Saturday, August 15, 2015


Mobile warfare ideally lowers casualties by dislocating an enemy and avoiding attrition as the means to defeat an enemy. So what am I to make of this?

The government offensive in western Iraq (Anbar province) continues, especially around the cities of Ramadi and Fallujah. It is slow going because the government knows that heavy casualties among its forces is not just bad for morale but could lead to many desertions. As much as most Iraqis hate ISIL, they hate getting killed while serving under incompetent and corrupt officers. So, heeding their American advisors, the government is allowing the few competent officers the Americans were able to identify to get the job done and take their time doing it. Thus in July fewer than 500 members of the security forces (including the Kurds and militias) were killed.

Five hundred dead in a month is an awful lot, even if it is less than they are used to suffering. Now, I can see a slow plodding advance as necessary if there is no trained force capable of mobile warfare to lead an advance with our air power in close support.

Remember, only the spearheads have to be mobile. The follow-up troops can be leg infantry and far more numerous--as the Germans showed in 1939-1941.

But that's another issue altogether.

I don't understand the assertion that advancing very slowly is a way to reduce casualties.

Rapid mobile warfare is not inherently expensive in casualties. And by winning a campaign more rapidly, such warfare--even if it suffers higher casualties in the short run--will lower casualties by preventing month after month of "only" 500 KIA per month.

I keep expecting a war of movement to rapidly move into Anbar, especially along the road to Jordan.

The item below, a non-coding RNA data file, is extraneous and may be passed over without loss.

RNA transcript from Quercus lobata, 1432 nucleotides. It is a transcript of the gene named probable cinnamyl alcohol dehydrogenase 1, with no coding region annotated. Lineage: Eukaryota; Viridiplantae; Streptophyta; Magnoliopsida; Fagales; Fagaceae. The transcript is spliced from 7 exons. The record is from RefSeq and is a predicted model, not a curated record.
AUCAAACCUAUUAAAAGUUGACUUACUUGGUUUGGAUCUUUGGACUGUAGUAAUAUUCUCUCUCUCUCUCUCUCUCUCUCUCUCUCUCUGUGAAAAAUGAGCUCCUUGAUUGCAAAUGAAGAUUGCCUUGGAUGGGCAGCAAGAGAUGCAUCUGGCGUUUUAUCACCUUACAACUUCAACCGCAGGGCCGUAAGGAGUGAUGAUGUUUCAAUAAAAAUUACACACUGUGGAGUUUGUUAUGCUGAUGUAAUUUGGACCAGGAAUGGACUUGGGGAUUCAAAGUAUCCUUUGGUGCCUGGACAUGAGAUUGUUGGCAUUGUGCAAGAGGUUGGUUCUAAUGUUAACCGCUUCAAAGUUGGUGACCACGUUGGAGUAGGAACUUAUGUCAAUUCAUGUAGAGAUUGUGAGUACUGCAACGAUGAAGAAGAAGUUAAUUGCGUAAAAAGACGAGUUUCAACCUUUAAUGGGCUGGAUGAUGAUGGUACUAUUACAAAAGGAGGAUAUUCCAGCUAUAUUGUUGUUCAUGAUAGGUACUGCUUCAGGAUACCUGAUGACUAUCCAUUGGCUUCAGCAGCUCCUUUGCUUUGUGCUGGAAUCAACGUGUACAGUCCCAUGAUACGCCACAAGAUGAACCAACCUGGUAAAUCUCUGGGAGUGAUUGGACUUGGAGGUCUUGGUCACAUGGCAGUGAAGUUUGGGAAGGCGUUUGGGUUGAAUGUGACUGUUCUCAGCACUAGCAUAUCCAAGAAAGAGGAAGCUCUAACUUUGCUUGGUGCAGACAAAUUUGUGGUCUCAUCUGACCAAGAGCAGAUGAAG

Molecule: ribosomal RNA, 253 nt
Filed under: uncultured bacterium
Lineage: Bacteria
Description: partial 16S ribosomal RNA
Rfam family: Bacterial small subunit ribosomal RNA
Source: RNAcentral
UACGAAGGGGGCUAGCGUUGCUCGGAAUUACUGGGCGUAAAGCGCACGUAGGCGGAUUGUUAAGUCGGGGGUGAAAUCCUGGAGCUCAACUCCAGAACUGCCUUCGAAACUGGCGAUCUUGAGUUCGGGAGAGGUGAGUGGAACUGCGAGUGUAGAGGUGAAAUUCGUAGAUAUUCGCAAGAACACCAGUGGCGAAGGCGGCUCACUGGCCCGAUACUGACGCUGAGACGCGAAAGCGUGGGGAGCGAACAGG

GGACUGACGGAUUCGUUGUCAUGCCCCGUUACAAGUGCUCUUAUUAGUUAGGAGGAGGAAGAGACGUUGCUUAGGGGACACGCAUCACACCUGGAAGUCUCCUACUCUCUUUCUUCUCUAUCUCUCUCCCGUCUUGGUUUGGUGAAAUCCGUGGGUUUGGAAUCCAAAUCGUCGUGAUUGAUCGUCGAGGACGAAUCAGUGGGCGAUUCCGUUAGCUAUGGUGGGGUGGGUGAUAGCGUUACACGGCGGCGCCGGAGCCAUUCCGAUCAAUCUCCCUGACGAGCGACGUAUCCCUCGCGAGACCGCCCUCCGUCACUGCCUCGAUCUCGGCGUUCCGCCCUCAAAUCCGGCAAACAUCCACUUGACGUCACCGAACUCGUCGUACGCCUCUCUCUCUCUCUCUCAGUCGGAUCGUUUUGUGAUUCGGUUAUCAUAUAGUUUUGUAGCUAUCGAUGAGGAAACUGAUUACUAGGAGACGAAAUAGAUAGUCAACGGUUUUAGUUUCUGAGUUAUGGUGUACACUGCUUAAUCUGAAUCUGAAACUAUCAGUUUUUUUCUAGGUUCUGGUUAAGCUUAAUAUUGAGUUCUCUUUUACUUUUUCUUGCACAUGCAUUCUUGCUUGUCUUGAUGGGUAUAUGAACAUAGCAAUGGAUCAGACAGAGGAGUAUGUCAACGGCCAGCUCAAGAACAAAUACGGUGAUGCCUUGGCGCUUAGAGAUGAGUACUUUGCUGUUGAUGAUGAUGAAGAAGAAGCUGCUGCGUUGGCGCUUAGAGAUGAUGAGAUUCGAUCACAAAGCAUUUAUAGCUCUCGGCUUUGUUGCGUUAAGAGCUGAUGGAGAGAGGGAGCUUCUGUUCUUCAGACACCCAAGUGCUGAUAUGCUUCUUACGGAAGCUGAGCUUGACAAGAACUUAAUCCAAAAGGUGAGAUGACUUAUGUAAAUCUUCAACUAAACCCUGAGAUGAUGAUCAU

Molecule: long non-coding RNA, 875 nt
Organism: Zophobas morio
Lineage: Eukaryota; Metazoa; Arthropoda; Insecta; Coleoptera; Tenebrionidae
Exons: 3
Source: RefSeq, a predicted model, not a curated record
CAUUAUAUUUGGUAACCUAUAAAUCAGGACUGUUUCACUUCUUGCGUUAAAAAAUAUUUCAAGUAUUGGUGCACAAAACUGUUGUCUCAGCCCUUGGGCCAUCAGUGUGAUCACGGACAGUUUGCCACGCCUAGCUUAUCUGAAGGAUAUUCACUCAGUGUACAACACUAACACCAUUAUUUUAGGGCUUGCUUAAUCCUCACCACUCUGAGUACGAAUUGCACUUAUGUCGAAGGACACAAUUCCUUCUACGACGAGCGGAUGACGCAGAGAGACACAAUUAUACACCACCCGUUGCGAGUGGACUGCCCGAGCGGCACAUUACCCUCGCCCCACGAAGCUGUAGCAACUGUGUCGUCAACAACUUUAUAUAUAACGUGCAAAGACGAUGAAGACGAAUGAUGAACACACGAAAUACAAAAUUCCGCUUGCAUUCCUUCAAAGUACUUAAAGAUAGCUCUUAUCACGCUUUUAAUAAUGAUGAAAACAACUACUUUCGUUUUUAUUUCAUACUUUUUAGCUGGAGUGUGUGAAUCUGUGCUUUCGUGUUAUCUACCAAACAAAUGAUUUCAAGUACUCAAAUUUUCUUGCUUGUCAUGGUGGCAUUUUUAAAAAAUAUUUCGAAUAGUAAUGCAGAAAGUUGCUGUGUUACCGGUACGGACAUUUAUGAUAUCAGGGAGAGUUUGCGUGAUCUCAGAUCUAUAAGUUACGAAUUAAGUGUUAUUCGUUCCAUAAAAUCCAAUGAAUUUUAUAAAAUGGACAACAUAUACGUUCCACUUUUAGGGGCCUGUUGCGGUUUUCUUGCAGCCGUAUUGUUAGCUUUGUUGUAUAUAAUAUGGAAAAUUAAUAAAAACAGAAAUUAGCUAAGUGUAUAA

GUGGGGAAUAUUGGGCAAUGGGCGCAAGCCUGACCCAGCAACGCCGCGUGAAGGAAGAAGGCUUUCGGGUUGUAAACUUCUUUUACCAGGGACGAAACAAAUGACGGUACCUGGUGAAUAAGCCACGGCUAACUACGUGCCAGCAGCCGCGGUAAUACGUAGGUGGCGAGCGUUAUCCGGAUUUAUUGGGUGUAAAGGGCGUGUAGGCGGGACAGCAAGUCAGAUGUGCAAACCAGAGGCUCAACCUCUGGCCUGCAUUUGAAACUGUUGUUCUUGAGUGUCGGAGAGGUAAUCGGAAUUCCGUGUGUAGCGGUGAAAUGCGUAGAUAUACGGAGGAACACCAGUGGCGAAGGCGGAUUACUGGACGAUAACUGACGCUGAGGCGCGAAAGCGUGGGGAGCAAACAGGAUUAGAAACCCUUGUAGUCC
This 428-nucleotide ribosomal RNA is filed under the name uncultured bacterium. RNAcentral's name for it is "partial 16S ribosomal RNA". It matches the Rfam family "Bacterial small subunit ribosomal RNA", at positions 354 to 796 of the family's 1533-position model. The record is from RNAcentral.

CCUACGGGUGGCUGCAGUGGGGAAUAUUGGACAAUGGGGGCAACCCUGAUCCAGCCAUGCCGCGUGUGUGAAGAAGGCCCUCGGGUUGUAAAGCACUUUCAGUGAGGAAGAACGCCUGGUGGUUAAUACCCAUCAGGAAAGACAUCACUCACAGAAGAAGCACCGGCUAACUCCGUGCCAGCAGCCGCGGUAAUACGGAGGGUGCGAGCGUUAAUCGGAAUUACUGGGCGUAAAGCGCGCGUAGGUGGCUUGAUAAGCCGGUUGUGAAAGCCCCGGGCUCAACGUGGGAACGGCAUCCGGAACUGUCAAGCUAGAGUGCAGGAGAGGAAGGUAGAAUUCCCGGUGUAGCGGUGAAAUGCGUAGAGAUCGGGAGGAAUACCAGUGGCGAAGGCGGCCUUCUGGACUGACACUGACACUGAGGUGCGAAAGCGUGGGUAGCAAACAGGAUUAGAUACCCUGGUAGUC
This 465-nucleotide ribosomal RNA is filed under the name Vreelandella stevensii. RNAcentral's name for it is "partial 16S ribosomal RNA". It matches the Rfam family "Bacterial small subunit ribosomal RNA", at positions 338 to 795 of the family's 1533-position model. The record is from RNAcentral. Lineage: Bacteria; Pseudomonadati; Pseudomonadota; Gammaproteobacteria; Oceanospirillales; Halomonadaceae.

And I've complained about granting our enemies that precious commodity, time.

Perhaps a war of movement is planned after Ramadi and Fallujah are secured as a launching point into the more sparsely populated Anbar.

Certainly we plan something (from the Strategypage link):

Without any publicity at all the United States and Britain have brought in more special operations troops to fight ISIL (al Qaeda in Iraq and the Levant) in the “ISIL Homeland” of western Iraq and eastern Syria. In Iraq the U.S. has over a thousand special operations troops assigned to train and advise Iraqi forces (both army and pro-government Sunni tribal militias). Aside from their obvious military and cultural (many American Special Forces speak Arabic) advantages the Western troops also bring with them the ability to more accurately and quickly call in air strikes. ... In Syria the American and British commandos have apparently been operating together on raids, scouting missions and assisting the local Kurds and other armed anti-ISIL groups. One reason for keeping the commando presence quiet is that it is largely concerned with collecting more intelligence on ISIL.

This is good. Does this mean we have more troops in Iraq than I thought?

And as the Iran deal debacle plays out, let me at least commend President Obama for taking this step.

Certainly, special forces attached to Iraqi forces will help these guys move faster and more confidently. And direct action will be possible.

In Syria, special forces could tie up ISIL trying to reinforce Iraq if we really do plan a war of movement.

I have to cling to the notion that we plan something more effective than we seem to be doing.

UPDATE: That armored brigade committed in Yemen against the Iranian-supported Shias that I mentioned achieved so much quickly in this post is half UAE and the rest "largely" Saudi, it seems:

All this was aided by some troops from neighboring countries, which sent in a mechanized combat brigade (about 3,000 troops and over a hundred armored vehicles). This unit has come to be called the Arab Brigade because about half the brigade consists of UAE (United Arab Emirate) troops, including many UAE men with family ties to Yemen and knowledge of local dialects and customs. The rest of the brigade is largely Saudi. This brigade has an additional advantage in that they can quickly call down smart bomb attacks from Arab jet fighters overhead.

I remain hopeful that in Iraq we are figuratively fixing ISIL's attention with Operation Goodwood at Ramadi before the Cobra breakout into Anbar.